A delegation from the Council of Europe’s Committee for the Prevention of Torture and Inhuman or Degrading Treatment or Punishment (CPT) has carried out a “rapid reaction visit” to the Manston processing centre.
Seven committee members made the visit, which was approved by the Home Office, from 25 to 28 November.
The CPT organises visits to places of detention to assess how persons deprived of their liberty are treated. Places visited include prisons, juvenile detention centres, police stations, holding centres for immigration detainees, psychiatric hospitals and social care homes.
CPT delegations have unlimited access to places of detention, and the right to move inside without restriction. They interview persons deprived of their liberty. After each visit, the CPT sends a detailed report to the State concerned.
A CPT statement on the visit to Manston and facilities in Dover says: “The main objective of the visit was to examine the treatment of foreign nationals arriving by small boat in the United Kingdom after crossing the English Channel.
“The delegation visited Western Jet Foil and Manston Short-Term Holding Facility where all such persons are processed and held during the first 24 hours of their arrival in the country. The delegation also visited the Kent Intake Unit in Dover where unaccompanied and separated minors are treated upon their arrival.
“At the end of the visit, the delegation presented its preliminary observations to Rt Hon Robert Jenrick, Minister of State for Immigration, and Donald Smith, Director for Operations at the Clandestine Channel Threat Command (CCTC) at the Home Office.”
The CPT report has not been published as yet.
The centre was designed to process up to 1,600 people over a 24/48 hour period. However, a high number of small boat Channel crossings this Autumn and a firebomb attack at the Dover Home Office facility which necessitated the move of 700 people saw numbers at Manston soar to 4,000. All those at the centre were moved out to accommodation by November 22.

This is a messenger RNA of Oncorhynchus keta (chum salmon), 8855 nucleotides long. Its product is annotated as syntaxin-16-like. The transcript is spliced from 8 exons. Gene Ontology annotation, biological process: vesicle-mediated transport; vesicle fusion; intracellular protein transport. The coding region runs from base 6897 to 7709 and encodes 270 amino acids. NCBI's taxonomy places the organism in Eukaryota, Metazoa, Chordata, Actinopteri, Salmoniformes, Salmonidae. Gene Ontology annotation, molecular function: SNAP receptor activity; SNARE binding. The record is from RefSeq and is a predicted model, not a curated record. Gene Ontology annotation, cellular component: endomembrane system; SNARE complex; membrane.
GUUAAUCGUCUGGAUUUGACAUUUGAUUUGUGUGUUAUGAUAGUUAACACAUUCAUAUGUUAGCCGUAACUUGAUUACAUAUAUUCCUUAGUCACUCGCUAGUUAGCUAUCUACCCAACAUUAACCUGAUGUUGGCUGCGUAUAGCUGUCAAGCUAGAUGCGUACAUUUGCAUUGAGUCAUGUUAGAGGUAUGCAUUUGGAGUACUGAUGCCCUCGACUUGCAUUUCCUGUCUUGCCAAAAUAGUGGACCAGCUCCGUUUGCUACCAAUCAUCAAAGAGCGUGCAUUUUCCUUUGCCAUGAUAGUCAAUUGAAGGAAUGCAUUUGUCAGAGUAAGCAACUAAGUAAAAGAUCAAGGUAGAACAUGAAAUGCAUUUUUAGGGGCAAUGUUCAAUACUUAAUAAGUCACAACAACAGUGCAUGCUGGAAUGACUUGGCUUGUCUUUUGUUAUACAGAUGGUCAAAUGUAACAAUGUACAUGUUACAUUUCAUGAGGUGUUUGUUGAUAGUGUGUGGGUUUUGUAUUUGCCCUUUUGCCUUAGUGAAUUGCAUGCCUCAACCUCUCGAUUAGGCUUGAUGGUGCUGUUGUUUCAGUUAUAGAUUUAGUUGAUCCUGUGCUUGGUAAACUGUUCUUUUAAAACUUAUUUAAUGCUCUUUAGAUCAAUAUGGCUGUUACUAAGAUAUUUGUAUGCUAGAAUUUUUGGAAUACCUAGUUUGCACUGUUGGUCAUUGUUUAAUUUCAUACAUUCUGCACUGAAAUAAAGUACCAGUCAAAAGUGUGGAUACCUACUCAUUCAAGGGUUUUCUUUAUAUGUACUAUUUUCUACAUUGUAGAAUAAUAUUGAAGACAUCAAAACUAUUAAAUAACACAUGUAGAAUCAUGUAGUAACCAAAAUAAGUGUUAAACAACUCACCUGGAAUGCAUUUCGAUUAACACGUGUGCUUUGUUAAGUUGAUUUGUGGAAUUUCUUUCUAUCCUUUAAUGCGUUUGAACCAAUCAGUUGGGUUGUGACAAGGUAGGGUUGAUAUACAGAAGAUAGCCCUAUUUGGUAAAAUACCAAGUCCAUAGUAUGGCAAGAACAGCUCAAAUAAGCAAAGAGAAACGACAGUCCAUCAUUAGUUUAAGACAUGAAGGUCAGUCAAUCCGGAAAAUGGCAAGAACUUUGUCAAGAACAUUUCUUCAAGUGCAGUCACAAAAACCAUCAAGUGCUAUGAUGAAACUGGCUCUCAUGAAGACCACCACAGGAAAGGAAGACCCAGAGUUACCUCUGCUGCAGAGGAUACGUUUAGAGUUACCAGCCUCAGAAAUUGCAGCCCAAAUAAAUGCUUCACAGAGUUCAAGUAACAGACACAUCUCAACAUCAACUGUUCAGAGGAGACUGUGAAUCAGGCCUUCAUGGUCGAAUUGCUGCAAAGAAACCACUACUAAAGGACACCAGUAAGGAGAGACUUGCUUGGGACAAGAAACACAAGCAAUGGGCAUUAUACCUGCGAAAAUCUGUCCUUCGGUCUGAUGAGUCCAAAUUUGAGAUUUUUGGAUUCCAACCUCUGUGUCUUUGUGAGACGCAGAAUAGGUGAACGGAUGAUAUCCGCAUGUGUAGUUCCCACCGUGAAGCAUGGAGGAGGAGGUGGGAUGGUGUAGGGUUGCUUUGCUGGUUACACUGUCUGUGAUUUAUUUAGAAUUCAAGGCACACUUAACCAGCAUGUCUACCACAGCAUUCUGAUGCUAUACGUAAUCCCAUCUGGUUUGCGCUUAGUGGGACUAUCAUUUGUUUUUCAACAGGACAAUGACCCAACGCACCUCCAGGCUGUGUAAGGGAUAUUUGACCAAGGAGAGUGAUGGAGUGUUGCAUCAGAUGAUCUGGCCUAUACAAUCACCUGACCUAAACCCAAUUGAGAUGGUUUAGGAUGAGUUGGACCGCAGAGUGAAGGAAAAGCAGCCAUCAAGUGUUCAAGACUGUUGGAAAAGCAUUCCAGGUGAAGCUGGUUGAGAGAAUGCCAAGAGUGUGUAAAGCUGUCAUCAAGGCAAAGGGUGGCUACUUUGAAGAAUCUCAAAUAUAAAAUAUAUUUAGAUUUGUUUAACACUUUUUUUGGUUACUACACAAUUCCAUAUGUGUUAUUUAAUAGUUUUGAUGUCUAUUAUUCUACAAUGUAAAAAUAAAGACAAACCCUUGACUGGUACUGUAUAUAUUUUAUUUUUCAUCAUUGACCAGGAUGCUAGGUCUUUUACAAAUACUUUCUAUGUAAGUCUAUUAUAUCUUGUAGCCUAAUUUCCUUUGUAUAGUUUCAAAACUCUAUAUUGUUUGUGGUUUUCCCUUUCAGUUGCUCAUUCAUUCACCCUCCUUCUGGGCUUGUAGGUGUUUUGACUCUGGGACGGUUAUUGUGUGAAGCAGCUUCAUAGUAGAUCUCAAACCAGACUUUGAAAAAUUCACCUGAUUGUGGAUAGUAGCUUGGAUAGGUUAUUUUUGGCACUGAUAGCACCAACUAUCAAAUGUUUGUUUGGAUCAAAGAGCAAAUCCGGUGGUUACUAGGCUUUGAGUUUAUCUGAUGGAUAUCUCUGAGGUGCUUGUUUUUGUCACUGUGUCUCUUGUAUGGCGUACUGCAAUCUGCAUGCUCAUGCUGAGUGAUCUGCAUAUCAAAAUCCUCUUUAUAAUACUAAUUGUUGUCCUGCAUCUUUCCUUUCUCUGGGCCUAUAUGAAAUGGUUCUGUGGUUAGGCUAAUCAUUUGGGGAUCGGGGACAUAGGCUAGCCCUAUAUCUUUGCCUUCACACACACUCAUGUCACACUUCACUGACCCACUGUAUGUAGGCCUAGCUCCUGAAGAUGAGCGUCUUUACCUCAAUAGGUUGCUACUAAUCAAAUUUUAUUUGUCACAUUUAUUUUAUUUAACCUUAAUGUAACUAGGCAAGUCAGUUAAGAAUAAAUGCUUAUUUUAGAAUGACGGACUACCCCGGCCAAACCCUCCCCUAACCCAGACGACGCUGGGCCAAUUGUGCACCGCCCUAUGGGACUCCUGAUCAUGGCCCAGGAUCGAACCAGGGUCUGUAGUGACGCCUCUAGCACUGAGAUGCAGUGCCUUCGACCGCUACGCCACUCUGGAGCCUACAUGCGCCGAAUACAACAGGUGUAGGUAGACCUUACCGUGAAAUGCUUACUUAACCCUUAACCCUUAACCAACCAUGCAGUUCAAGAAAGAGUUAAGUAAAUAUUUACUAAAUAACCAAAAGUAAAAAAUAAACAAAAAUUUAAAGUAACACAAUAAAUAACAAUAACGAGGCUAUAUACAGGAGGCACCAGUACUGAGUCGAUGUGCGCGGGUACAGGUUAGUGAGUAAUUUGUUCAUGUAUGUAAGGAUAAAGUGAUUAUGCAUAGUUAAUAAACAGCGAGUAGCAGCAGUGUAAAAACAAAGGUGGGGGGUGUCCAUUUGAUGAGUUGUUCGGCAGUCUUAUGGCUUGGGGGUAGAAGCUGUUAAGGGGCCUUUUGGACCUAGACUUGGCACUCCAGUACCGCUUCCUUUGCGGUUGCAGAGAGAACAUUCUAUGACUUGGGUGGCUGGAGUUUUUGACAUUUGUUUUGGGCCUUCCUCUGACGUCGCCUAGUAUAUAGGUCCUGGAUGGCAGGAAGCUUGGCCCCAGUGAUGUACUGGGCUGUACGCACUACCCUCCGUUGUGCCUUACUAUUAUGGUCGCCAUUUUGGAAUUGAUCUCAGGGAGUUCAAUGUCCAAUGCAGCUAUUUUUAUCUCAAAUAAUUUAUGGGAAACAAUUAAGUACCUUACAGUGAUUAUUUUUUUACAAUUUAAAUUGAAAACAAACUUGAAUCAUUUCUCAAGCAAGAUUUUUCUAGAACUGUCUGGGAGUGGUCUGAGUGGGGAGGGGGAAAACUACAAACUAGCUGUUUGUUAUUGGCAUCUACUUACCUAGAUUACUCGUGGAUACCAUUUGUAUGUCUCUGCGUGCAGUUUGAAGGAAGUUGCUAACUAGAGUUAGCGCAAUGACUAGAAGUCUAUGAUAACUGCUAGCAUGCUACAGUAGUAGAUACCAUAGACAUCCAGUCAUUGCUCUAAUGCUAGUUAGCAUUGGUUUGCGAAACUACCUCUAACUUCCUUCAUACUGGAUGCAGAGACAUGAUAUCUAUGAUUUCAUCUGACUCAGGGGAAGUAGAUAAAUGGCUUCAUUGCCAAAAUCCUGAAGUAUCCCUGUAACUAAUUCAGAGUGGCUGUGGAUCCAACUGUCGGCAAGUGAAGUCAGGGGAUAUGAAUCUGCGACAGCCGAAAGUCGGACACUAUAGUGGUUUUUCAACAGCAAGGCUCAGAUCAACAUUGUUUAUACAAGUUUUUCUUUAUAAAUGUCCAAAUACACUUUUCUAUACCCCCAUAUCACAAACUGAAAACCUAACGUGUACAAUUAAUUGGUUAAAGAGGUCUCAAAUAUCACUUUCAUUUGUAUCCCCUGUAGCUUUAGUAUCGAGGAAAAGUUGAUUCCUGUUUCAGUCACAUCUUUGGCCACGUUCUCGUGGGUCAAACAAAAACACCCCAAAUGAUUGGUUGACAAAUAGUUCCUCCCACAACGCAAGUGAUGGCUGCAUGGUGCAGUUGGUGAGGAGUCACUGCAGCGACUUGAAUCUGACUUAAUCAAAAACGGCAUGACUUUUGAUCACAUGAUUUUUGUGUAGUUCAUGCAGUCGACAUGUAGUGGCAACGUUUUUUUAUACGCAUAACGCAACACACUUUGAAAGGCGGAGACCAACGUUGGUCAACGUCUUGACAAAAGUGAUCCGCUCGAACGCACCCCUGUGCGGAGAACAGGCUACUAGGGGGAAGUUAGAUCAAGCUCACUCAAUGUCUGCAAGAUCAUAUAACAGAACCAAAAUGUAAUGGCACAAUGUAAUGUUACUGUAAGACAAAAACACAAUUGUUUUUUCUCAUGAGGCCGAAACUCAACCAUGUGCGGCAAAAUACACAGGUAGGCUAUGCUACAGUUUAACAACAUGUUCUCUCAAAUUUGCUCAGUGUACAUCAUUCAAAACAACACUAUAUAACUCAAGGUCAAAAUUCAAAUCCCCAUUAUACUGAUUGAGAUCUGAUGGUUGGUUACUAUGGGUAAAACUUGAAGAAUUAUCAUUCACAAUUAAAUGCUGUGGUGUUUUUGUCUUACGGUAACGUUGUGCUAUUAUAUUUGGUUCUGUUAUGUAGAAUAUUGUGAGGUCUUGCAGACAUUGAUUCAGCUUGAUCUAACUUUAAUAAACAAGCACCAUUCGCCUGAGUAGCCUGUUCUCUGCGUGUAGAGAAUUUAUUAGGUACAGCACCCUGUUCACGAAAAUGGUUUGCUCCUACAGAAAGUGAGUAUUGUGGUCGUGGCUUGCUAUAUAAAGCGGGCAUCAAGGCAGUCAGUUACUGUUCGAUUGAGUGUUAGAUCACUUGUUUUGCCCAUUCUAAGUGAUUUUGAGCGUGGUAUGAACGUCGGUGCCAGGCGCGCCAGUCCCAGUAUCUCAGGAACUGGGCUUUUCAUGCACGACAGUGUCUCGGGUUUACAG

The Public and Commercial Services union claimed that the rapid removal of people out of the centre came after the union, Detention Action and a woman held at the facility issued legal action against Home Secretary Suella Braverman.
At a meeting last week Thanet councillors were told the Manston processing centre was undergoing a deep clean and adjustments – which reportedly include new flooring in the marquees and additional mattresses – while the site was empty. The Home Office has not stood down the facility.
The centre has been in the spotlight following cases of diphtheria and other illnesses, concerns over conditions and the holding of some people for up to a month.
On November 16 a letter from the Independent Monitoring Boards to the Chairs of the Home Affairs, Women and Equalities, Justice and the Joint Committee on Human Rights said Kent members had carried out monitoring visits throughout October and November.
The Kent report said the centre was not equipped to deal with people beyond the 24 hour limit and despite best efforts of staff, the sheer number of people being held at that time resulted in a “deterioration of conditions.”
The IMB recommends the Home Office:
- Ensure that length of detention at Manston does not exceed the 24-hour limit, and therefore that there are adequate contingency plans to accommodate significant numbers of arrivals.
- Provide those detained at Manston with information on how long they will be detained at the centre and how their claim will be processed.
- Ensure that conditions for those detained at Manston meet basic standards of safety and decency, and in particular that arrangements safeguard the most vulnerable.
- Ensure that there are sufficient healthcare staff on-site to screen arrivals to identify urgent healthcare needs and prevent the spread of contagious disease.
- Work to mitigate the risk of contamination at Manston by improving cleanliness and hygiene on-site.
- Ensure that every individual detained at Manston is provided with adequate bedding, clean clothes and means for washing.
A Home Office spokesperson told The Guardian newspaper: “We take both the welfare of those in our care and our wider public health responsibilities extremely seriously. We work closely with the NHS and UKHSA to support individuals affected by infection and limit transmission, as well as ensure information is shared in a timely way and that everyone leaving facilities such as Manston is given access to appropriate treatment.
“We have robust contingency plans to deal with health issues such as communicable diseases. The Council of Europe’s request for a visit to Manston was granted by the Home Office.”